Thursday, June 21, 2018
Opinion

Mark Sharpe: The key to growing Tampa Bay's economy

Perfect vision is 20/20, and 2020 can be the year Tampa Bay becomes a permanent top 10 metro area for economic growth. It just takes clear-eyed vision and unrelenting effort.

We know the economy is changing, with new products, new means of production and new modes of service delivery affecting every facet of our lives. We experience it every time we take a trip using rideshare platforms such as Uber and Lyft or book an overnight stay with Airbnb. New developments in 3D printing, artificial intelligence, automated technology for cars, and virtual and augmented reality are going to change how we work and play — and where we choose to live.

Silicon Valley is the progenitor of this technological engine, but other regions are rising across the nation, with approximately 15 "brain hubs" emerging as serious competitors within distinct realms of technological innovation. Those metros that create high-wage jobs also experience an increase in median income for non-high-wage jobs. This means you don't need to wear a lab coat or have a doctorate to benefit.

This is where economic theory becomes strategic opportunity for Tampa Bay. Tampa Bay Times business columnist Robert Trigaux has written extensively of Tampa's lagging median wages as compared to other top metros. This is the bad news as it depresses our ability to attract or retain the highly sought after tech talent necessary to build great businesses. The good news: Trigaux also reports that the Milken Institute's rankings of best cities placed Tampa No. 33 as measured by jobs, wages, salaries and tech output. Tampa Bay ranked 169th in 2009. We are moving in the right direction. Can we break into the top 10 by 2020? Yes, and the newly formed Tampa Innovation Alliance holds the key.

The Alliance anchors — USF, Moffitt Cancer Center, Busch Gardens, Florida Hospital, the University Mall and more than 220 businesses — have been busy shaping a unified innovation district, which is now rebranding the university area into a place of innovation and high-wage job creation. The Alliance has partnered with CareerSourceTampa Bay, University Area Community Development Corp., Tampa Bay Technology Forum, Hillsborough Community College and research and innovation powerhouse USF to become a White House-designated TechHire community to ensure everyone has an opportunity to participate in the digital economy. This means while we are creating high-wage jobs we also are training the workforce that has missed out on the advantages of higher wage jobs. That will help raise our median GDP over time.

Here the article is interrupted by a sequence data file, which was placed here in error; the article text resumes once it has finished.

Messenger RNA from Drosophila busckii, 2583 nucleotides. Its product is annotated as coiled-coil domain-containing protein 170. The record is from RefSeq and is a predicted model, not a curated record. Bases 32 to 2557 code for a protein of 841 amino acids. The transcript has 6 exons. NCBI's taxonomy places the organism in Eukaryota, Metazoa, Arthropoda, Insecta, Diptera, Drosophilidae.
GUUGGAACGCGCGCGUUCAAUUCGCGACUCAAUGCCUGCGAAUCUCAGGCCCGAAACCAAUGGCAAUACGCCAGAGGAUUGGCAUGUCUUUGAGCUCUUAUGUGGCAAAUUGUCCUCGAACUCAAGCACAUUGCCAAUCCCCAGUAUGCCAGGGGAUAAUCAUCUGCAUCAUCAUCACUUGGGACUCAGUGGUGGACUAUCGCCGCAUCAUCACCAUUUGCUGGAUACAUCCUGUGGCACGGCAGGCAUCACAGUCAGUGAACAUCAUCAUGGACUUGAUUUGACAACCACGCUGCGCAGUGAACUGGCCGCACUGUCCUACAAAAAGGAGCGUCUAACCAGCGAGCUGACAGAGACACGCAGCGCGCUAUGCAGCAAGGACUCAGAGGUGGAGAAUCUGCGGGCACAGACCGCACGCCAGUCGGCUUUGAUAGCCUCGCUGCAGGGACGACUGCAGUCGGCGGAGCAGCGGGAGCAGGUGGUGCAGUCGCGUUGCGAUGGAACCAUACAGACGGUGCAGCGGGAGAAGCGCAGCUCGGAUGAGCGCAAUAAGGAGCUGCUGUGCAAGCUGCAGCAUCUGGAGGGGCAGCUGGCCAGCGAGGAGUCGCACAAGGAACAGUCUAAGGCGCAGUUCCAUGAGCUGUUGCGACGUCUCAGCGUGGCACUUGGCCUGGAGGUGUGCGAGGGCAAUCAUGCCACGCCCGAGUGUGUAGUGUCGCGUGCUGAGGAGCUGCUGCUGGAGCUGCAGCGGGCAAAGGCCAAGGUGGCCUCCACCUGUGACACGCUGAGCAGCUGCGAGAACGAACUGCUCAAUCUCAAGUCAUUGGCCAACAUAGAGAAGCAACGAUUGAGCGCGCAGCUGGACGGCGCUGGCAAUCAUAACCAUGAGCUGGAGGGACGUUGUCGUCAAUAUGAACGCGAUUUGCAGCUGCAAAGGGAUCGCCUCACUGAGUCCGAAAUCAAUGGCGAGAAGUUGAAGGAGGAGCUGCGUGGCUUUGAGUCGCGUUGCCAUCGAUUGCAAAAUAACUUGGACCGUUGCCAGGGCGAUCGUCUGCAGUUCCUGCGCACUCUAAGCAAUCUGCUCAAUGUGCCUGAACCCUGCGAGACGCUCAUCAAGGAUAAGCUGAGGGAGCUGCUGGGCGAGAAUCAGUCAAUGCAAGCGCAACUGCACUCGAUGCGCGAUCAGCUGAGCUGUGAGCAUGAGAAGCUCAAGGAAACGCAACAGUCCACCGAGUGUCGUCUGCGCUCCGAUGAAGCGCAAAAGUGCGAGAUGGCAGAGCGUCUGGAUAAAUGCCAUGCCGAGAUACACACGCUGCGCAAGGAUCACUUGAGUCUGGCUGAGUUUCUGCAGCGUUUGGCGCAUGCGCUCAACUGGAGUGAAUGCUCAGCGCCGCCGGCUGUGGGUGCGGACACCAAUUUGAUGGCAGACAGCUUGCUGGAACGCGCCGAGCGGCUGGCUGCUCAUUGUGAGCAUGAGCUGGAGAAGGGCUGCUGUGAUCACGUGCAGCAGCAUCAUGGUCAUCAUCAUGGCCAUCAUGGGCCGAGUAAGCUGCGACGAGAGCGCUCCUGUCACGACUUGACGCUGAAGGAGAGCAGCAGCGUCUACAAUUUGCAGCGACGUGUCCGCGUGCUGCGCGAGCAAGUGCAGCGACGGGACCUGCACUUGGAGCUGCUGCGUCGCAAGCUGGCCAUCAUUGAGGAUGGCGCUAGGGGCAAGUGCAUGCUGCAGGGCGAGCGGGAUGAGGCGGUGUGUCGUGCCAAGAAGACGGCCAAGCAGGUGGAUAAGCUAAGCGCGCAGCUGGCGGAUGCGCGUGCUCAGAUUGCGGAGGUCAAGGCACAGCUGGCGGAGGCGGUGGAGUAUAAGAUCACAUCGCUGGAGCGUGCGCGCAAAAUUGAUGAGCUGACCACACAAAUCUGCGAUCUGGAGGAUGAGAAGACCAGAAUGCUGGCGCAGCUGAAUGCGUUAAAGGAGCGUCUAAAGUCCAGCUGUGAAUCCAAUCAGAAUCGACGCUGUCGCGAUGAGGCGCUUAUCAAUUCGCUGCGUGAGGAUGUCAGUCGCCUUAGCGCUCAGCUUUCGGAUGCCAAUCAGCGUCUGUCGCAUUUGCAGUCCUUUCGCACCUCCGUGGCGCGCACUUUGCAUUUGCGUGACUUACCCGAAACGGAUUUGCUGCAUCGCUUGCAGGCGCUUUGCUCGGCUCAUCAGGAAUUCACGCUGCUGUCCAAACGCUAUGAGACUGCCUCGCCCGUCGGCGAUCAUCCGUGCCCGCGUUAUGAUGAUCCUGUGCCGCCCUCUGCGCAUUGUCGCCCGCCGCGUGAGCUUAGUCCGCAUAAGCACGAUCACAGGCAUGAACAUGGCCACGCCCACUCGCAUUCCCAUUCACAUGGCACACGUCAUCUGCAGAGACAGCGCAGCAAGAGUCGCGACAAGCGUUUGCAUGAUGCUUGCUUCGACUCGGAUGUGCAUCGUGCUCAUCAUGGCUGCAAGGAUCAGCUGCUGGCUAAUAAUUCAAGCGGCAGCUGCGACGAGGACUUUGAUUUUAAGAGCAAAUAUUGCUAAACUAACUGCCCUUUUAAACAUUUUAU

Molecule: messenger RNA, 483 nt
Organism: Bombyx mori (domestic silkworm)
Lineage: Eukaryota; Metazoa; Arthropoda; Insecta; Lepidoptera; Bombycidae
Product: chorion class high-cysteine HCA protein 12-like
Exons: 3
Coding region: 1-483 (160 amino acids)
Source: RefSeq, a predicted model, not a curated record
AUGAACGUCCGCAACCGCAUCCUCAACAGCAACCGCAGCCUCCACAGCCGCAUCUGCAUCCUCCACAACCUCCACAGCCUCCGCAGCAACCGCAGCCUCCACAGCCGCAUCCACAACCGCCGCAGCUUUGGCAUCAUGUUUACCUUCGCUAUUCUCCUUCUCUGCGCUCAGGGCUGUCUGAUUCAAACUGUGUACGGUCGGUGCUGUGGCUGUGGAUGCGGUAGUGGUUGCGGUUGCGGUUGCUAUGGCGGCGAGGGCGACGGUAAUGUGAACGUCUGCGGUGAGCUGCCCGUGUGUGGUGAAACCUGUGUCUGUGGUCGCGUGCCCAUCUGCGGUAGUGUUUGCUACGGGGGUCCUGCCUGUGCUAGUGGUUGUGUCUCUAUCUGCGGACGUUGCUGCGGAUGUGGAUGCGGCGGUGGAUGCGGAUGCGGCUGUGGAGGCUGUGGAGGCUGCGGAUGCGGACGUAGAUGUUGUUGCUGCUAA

The Florida High Tech Corridor partnered with the University of South Florida to study the economic effect of its research activity and found an annual $400 million impact to the state. USF leads the nation in patent production, licensing of patents and startup generation. Digging deeper, we know that there are approximately 12,000 STEM jobs out of the 74,000 jobs in the Alliance area. Our challenge is to connect the Alliance anchors together into a recognized innovation destination that leverages the power of USF, Moffitt and our other partners into a high-tech job-generating machine. A doubling of STEM jobs in the Alliance area would propel Hillsborough County and Tampa Bay as a recognized technology hub, creating the very jobs necessary to lift median wages and help us move from 33rd into the top 10.

I am certain that with clear-eyed focus this can be done. Hillsborough County has put a down payment of $2 million into the planning effort for an Innovation District in the Alliance area, and the state of Florida has committed $1.25 million. An earlier study funded by the Florida High Tech Corridor and USF Research Park stated we can double the number of high-tech jobs in the area. This would propel the Tampa metro into the top 10 of best-performing cities and cement our place as a brain hub, which will draw the best talent from around the world to live, work and play.

Technology is changing our world. The epicenter of job creation is changing as well. Our strategic objective must be to seize and ride this technology wave and plant our region squarely in the top 10 without delay. This effort will generate a huge return in jobs, higher salaries and improved GDP, lifting the quality of life for us all. It is time to focus, because 2020 is not that far away.

Mark Sharpe is executive director of the Tampa Innovation Alliance and a former Hillsborough County commissioner.

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